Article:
Machining Lock Miters on Large Pieces

      A millwork fabricator gets advice on how to cut lock-miter profiles into the long edge of very long and wide MDF panels. November 10, 2006

We fabricate architectural millwork and store fixtures, and find ourselves using lock mitres on 3/4'' MDF columns for a paint finish. Many of the panels are 12 feet long, and at least 24'' wide, so the first cut is simple, on the flat with our shaper/power feed. The second cut must be done on edge, and it is at best a 3 man job and 2 passes, featherboards, etc. to get results. If only I had a shaper turned sideways? I have been looking at every conceivable machine, and at this point, a double end tenoner seems like the best fit. The cope head can be set level, and the machine is power fed. Does anybody have other thoughts? We have tried mitres with splines, rebates, biscuits, dowels, and the lock mitre works best for us, if we can do the machining. On smaller panels, perfect; large panels, who knows?

Forum Responses
(Architectural Woodworking Forum)
From contributor P:
You might consider the lock miter that you run both sides of the corner through the shaper, then you create the groove on the table saw with a dado blade. Or just glue and tape like a miter fold. I would look into a miter fold machine before the tenoner.

From contributor M:
If you're looking for a shaper turned on its side, take a look at the Bridgewood BWM 605 single spindle moulder. If you were to mount your tooling and run it with the door open, you could get your 24" piece through it. Although you would have to temporarily defeat the safety switch in order to do it that way, it could be done. It has a 40mm arbor, so it would require something different than shaper tooling, but hey, if you're desperate enough or do it quite often, it may be an option.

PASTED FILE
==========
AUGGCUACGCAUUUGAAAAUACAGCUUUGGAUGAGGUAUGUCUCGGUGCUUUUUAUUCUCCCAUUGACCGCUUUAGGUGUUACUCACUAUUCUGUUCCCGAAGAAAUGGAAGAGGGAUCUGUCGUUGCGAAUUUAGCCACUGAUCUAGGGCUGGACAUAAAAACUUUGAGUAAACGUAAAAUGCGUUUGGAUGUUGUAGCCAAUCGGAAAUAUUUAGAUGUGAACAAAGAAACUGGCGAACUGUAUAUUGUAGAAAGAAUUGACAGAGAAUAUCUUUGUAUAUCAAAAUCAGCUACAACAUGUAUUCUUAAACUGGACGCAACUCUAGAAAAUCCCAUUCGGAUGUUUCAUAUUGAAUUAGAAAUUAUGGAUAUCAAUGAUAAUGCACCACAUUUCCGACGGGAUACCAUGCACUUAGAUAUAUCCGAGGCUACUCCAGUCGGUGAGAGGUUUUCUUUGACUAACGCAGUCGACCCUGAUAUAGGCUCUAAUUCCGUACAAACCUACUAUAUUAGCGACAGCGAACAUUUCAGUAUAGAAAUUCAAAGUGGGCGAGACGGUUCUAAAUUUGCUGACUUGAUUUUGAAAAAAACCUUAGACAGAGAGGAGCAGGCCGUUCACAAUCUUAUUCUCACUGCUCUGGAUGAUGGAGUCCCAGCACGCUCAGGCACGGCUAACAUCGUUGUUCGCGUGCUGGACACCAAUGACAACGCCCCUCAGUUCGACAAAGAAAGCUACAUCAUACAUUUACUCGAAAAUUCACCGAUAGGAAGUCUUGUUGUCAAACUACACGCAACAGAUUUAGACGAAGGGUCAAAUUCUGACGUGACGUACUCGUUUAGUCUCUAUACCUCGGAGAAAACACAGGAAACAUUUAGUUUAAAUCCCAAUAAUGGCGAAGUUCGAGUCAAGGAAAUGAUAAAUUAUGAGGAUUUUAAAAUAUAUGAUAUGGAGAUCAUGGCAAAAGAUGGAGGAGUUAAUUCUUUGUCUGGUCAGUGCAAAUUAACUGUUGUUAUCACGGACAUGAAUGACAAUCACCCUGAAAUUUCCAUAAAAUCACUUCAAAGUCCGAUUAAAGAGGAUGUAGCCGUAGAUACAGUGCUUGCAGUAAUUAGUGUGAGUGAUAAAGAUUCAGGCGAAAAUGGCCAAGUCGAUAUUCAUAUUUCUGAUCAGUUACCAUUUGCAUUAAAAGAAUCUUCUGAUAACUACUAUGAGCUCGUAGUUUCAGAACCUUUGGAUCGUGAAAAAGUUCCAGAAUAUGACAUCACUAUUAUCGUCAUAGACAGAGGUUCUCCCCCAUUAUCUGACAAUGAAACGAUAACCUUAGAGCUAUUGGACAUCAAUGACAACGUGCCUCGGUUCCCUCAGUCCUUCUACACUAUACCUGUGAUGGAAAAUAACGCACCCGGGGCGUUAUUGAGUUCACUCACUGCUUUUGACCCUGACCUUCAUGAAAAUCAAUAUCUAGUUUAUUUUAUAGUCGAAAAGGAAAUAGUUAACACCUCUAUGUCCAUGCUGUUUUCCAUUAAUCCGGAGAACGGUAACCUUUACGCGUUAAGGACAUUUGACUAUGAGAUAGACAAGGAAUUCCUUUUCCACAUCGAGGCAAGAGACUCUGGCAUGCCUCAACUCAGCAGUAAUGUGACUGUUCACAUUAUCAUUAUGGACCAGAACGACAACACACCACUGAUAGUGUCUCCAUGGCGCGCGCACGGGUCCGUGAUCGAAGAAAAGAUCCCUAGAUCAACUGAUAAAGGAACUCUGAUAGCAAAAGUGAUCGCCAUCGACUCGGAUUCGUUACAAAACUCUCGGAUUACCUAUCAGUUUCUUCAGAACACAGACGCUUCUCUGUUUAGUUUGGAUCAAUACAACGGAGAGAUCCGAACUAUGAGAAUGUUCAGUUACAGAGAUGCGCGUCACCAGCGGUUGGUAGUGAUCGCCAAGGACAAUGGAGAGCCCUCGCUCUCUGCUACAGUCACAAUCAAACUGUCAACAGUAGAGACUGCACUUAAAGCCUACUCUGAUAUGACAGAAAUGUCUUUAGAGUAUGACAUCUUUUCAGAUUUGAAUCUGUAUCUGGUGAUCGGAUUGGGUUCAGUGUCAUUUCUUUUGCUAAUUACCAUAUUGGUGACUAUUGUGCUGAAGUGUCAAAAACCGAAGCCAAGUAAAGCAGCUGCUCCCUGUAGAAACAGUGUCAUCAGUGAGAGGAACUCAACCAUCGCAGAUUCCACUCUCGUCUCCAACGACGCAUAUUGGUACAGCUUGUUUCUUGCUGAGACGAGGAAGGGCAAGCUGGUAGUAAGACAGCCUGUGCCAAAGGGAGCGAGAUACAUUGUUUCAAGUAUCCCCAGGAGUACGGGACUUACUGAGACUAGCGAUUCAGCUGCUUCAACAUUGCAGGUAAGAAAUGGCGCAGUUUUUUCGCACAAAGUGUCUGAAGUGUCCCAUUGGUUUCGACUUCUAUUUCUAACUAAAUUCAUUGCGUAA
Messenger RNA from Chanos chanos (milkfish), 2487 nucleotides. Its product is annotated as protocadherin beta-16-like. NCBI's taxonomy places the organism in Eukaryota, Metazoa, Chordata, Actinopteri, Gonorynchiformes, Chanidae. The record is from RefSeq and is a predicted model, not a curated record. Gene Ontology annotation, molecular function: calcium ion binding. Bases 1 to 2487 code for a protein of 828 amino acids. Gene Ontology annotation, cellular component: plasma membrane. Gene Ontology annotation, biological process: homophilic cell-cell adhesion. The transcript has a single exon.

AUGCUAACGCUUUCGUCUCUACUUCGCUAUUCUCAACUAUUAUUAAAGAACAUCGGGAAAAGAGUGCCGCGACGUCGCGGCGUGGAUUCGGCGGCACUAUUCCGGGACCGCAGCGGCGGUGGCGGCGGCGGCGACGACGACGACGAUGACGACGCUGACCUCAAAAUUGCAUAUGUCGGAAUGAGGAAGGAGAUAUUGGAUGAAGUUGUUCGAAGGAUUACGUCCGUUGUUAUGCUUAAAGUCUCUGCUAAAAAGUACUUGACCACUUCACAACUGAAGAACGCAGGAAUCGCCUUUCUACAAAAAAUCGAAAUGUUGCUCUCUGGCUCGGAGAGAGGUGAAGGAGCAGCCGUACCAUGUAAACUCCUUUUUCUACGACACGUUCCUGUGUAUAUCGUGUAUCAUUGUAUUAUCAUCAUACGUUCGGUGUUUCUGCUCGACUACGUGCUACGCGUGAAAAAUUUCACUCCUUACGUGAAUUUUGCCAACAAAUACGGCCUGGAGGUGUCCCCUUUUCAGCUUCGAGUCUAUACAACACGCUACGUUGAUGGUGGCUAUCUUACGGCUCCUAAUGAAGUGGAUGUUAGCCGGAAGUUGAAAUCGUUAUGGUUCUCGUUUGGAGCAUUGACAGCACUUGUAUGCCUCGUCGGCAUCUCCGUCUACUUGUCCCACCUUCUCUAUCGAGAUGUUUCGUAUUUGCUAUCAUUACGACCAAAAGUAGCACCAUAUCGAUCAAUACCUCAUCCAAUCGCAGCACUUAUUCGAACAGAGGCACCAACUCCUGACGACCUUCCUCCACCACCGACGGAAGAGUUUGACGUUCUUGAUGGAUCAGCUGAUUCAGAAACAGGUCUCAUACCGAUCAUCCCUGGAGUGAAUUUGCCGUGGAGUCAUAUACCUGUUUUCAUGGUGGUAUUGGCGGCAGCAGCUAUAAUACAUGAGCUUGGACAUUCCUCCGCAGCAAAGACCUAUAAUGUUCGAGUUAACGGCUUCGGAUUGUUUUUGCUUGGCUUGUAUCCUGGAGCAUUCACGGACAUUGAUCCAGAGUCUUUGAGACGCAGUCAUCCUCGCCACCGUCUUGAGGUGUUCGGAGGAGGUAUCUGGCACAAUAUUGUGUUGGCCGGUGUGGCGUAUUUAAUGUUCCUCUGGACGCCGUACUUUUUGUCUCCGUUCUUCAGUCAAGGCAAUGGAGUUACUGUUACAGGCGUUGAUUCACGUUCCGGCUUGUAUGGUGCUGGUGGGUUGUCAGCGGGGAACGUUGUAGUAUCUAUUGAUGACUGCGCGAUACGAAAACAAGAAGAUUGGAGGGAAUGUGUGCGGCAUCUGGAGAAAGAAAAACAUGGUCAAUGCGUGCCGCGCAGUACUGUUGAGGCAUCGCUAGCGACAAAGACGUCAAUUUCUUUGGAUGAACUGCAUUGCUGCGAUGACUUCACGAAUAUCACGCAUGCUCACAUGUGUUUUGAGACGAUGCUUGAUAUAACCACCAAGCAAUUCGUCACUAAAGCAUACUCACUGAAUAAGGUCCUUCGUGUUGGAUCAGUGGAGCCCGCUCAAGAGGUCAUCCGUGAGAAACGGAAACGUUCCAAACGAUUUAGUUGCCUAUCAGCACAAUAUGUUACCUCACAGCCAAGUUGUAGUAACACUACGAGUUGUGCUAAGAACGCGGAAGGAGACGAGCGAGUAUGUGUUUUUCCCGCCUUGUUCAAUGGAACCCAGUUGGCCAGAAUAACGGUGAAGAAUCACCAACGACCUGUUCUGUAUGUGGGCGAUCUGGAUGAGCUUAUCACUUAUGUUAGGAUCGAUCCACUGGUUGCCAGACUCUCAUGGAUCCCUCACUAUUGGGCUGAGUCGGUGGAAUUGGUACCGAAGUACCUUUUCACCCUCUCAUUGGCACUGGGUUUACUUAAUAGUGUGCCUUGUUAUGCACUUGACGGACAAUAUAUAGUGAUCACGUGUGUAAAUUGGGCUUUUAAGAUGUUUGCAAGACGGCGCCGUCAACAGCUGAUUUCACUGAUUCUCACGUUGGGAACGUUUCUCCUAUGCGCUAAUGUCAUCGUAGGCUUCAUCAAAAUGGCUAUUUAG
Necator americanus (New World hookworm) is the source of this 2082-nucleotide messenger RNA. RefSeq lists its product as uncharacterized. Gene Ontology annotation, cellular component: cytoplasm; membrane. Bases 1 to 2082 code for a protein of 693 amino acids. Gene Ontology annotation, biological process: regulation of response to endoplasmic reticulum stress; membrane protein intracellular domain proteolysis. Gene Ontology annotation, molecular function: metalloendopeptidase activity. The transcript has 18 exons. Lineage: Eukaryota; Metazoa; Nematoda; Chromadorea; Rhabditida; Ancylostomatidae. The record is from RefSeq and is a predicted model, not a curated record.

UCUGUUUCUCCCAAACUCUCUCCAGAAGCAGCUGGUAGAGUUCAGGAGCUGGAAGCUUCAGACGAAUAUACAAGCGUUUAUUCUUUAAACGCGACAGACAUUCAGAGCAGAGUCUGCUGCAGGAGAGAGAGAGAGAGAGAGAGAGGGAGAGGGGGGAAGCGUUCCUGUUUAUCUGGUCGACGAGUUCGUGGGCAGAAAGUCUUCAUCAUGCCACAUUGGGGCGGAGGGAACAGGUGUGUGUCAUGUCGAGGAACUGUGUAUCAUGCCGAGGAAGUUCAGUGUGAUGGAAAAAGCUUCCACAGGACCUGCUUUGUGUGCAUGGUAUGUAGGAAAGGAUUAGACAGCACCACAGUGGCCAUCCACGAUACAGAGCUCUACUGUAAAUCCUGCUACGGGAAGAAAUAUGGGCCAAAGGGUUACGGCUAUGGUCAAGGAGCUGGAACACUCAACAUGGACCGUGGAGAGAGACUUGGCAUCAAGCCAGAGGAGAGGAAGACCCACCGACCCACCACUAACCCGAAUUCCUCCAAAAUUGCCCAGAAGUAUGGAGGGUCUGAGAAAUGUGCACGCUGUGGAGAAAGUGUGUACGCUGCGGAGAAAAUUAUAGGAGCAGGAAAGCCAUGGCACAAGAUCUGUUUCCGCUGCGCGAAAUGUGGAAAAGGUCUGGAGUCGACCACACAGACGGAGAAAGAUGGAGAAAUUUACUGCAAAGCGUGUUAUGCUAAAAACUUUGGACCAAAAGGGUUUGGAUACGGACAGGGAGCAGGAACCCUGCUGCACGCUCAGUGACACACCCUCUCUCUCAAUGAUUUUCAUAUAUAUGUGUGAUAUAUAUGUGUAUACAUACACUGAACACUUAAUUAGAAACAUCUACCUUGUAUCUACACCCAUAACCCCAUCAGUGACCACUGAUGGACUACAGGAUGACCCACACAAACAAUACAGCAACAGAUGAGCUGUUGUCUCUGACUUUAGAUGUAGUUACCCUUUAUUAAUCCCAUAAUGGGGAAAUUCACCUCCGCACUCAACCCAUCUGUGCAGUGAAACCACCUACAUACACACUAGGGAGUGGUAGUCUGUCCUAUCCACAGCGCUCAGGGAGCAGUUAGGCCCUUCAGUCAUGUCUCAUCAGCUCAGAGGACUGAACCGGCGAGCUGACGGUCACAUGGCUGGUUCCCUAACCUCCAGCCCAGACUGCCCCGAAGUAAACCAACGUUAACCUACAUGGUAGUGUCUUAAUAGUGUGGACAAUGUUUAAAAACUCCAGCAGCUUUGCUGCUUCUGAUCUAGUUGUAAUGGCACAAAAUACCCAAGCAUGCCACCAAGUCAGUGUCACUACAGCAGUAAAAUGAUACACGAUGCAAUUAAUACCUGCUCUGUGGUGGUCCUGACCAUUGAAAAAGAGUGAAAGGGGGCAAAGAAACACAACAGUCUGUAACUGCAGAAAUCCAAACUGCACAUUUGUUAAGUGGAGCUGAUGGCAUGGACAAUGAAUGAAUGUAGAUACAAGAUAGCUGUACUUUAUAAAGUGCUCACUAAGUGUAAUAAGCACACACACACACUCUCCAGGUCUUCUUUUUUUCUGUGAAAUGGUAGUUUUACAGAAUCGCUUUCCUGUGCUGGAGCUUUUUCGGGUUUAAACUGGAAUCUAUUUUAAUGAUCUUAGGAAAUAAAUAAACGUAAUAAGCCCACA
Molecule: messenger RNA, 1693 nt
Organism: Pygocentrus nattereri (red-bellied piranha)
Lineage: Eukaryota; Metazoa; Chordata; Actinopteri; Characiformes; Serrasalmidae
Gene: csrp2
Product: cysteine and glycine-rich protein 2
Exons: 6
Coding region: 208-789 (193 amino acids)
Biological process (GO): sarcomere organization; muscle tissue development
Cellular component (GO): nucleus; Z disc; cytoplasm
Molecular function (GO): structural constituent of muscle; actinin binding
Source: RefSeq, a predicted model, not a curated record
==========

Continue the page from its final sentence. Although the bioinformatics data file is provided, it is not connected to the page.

From contributor C:
I have been working on the same problem in order to join corners of tall, plywood wardrobes. I use two routers, each with a lock miter cutter and each with its own custom base, or "sled". The fences on my sleds provide lateral adjustment, and the routers have micro height adjustment (Bosche).

The sled with the router spindle perpendicular to the panel (the "easy" cut) is small. It simply helps me start and exit the edge correctly. The sled for the router with its spindle parallel to the panel is wider. As I slide the sled down the edge of the panel, I hold down the "inboard" end to offset the weight of the router as it hangs off the "outboard" end of the sled.

With these, I move the tool instead of the panel. Because I am handling something small and controllable, I can make either cut by myself. I clamp a panel to my bench, run the appropriate sled down the edge, and I'm done.

From contributor J:
I would suggest buying the Freeborn cutter suggested. I have been using that one for about 10 years and have been very happy with it. One shaper setup, one dado setup for the table saw. Everything run flat, and you control the depth of the groove.

From contributor G:
I use the Freeborn double t&g miter lock and a power feed. If I have a board that is too wide to fit vertically under the powerfeed's arm, then I bolt the feeder's base out in front of the fence to run those parts. It's a pain, but all you need is 4 more holes in your shaper... not that expensive. The double t&g miter lock is a great joint... once it is set up!

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